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Field of Glory: Kingdoms - will be released this June

Published on April 08, 2024

Field of Glory: Kingdoms will be released this June

Kingdoms continues and expands the concept of national traits, just like its predecessor Empires did, but significantly broadens it both in number and diversity. The assumption here is that certain nations (or often groups of nations with the same culture) had specific traditions or approaches that cannot be covered by general rules applicable to everyone. Thus, it represents a blend of pragmatism and humility, recognizing that a game cannot replicate the entire complexity of the real world, and therefore, abstractions and simplifications are necessary.

There from the start - Doge reigning for a long time

But enough about the theory; perhaps it's best if we give you some juicy details about the specificities of certain nations and how these affect, or even shape, their gameplay. Let's start with the heavyweight of the game, the Byzantine Empire (called by its contemporaries the Roman Empire). The Byzantine Empire is somewhat a colossus with feet of clay. Its vast expanses are not necessarily well-administered, and remote regions can be quite disloyal. One of its strengths is the ability to easily recruit mercenaries (more frequently and at a lower cost) but having too many can encourage coups.

Finding the right balance is crucial, and even though it's convenient to quickly form quality units in provinces without military infrastructure, these same provinces could rebel, led by one of your generals and mercenaries joining his adventure! The Byzantines also have another concern; they do not earn as many Legacy points as they should (which is fortunate for the game's balance because otherwise, given their size, the game would be short!) but must complete missions to restore the empire's past glory, following in the footsteps of emperors from the 7th to the 9th century. Easier said than done, however, and it will require a lot of skill and effort, all while juggling the threat of the Seljuq Turks, who are keen on claiming a part of Byzantine Anatolia.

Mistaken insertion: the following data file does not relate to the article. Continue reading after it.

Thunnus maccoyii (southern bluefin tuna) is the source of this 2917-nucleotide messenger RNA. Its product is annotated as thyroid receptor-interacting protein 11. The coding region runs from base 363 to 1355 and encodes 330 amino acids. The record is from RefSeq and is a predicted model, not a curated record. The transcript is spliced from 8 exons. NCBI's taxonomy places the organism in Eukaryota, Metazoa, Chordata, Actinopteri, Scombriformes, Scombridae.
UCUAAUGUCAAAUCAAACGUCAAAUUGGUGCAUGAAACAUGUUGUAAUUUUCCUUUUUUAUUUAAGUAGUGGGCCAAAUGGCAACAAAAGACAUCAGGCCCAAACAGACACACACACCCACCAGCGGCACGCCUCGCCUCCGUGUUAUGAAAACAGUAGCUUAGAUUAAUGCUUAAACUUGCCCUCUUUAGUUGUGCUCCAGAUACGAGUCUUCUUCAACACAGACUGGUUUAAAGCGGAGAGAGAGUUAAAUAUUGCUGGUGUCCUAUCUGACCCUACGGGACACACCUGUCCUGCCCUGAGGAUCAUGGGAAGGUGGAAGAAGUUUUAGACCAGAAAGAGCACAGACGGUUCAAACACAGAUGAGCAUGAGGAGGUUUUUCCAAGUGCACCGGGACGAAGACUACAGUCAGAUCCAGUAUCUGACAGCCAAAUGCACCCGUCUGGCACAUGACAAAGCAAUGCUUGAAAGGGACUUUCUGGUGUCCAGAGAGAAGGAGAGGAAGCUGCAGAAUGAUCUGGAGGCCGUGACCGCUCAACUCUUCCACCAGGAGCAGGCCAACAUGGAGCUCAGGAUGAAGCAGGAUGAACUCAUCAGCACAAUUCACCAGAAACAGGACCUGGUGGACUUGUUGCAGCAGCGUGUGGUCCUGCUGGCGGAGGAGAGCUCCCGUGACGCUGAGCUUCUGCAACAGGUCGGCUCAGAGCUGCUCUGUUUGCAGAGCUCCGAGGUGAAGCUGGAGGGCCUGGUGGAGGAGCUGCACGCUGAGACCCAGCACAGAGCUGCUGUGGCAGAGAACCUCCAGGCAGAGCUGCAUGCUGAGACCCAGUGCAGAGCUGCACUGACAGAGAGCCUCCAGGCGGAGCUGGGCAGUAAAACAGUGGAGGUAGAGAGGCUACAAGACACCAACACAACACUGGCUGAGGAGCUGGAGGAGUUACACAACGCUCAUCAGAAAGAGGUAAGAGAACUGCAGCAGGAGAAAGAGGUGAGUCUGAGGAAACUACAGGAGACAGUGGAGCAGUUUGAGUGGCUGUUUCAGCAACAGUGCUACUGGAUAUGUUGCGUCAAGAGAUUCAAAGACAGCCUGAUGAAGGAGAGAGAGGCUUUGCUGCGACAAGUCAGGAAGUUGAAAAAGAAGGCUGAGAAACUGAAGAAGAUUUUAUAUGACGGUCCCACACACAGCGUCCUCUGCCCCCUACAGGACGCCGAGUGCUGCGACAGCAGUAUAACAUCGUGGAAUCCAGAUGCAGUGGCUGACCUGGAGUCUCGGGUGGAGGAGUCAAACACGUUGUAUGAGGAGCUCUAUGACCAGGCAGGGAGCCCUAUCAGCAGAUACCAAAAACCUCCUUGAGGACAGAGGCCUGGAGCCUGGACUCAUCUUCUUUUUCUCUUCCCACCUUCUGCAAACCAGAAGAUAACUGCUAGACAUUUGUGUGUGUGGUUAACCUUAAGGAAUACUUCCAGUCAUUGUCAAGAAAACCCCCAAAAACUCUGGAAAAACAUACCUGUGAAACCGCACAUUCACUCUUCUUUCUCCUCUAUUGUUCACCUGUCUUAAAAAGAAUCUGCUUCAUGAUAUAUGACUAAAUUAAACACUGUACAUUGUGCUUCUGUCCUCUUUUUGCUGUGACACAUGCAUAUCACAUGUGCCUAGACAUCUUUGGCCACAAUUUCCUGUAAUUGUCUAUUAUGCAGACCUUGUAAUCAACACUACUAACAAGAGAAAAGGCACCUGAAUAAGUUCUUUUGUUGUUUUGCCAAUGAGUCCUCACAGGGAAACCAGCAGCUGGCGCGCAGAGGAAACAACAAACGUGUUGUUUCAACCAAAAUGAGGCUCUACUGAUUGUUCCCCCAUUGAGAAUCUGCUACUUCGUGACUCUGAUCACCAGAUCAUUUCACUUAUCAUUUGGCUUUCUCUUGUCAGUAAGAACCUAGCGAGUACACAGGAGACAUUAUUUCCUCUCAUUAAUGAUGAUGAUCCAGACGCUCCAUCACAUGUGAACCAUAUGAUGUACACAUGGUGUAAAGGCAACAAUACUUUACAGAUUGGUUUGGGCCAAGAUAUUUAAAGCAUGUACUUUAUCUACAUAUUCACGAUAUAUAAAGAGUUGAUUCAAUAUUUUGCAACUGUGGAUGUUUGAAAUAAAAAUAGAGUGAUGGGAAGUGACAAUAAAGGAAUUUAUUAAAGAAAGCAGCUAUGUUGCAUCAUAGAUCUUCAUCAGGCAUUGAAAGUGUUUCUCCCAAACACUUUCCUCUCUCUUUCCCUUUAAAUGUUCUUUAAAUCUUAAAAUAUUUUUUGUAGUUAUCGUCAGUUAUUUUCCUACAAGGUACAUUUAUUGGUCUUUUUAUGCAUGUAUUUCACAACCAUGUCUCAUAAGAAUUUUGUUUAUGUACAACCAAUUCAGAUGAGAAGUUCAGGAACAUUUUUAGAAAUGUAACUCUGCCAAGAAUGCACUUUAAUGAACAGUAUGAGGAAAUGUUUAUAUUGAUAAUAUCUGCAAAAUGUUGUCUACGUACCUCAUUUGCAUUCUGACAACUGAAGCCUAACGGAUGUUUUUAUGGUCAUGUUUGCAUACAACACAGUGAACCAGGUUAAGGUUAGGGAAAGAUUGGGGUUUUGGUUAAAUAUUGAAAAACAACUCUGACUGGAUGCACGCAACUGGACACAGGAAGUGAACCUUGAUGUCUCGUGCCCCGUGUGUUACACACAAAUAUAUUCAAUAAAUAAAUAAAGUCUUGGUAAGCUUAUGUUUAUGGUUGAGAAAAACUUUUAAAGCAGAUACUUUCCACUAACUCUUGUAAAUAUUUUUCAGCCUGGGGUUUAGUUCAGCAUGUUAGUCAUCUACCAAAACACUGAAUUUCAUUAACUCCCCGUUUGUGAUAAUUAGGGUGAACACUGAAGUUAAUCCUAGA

War in the North or tales of two brothers - A battle in the wood

In contrast, a power with a really small geographical footprint would be Venice. Sort of the antithesis of the Byzantines, Venice derives its power not from the number of its regions, but from its commercial outposts (noting that we're talking about Venice, but it more accurately refers to the cultural group of the Italian Maritime Republics, which includes Genoa, Amalfi, and Pisa). Through these overseas commercial outposts, known as Fondachi, the maritime republics can collect gold through lucrative trade with other countries. However, don't think gameplay is just about setting up outposts in different nations faster and faster; there are many nuances and risks to consider, otherwise, where would the interest be! On one hand, the more outposts you have in a given country, the more expensive the next one will be, preventing you from concentrating your outposts in Europe's largest country (the Byzantines) but requiring you to weigh opportunities. On the other hand, if your relations deteriorate with the host country, you risk a generalized expropriation, with a significant loss of money on your side. And of course, such frictions don't come out of nowhere, so there may come a time when the said Byzantines set their sights on some of your regions, if one of their missions leads them to a 'just' reconquest of certain lost lands. Moreover, it's likely that other maritime republics will have outposts too, leading to frictions. Fortunately, Venice (and to a lesser extent the other maritime republics) can rely on a quality navy, produced via their coastal arsenals.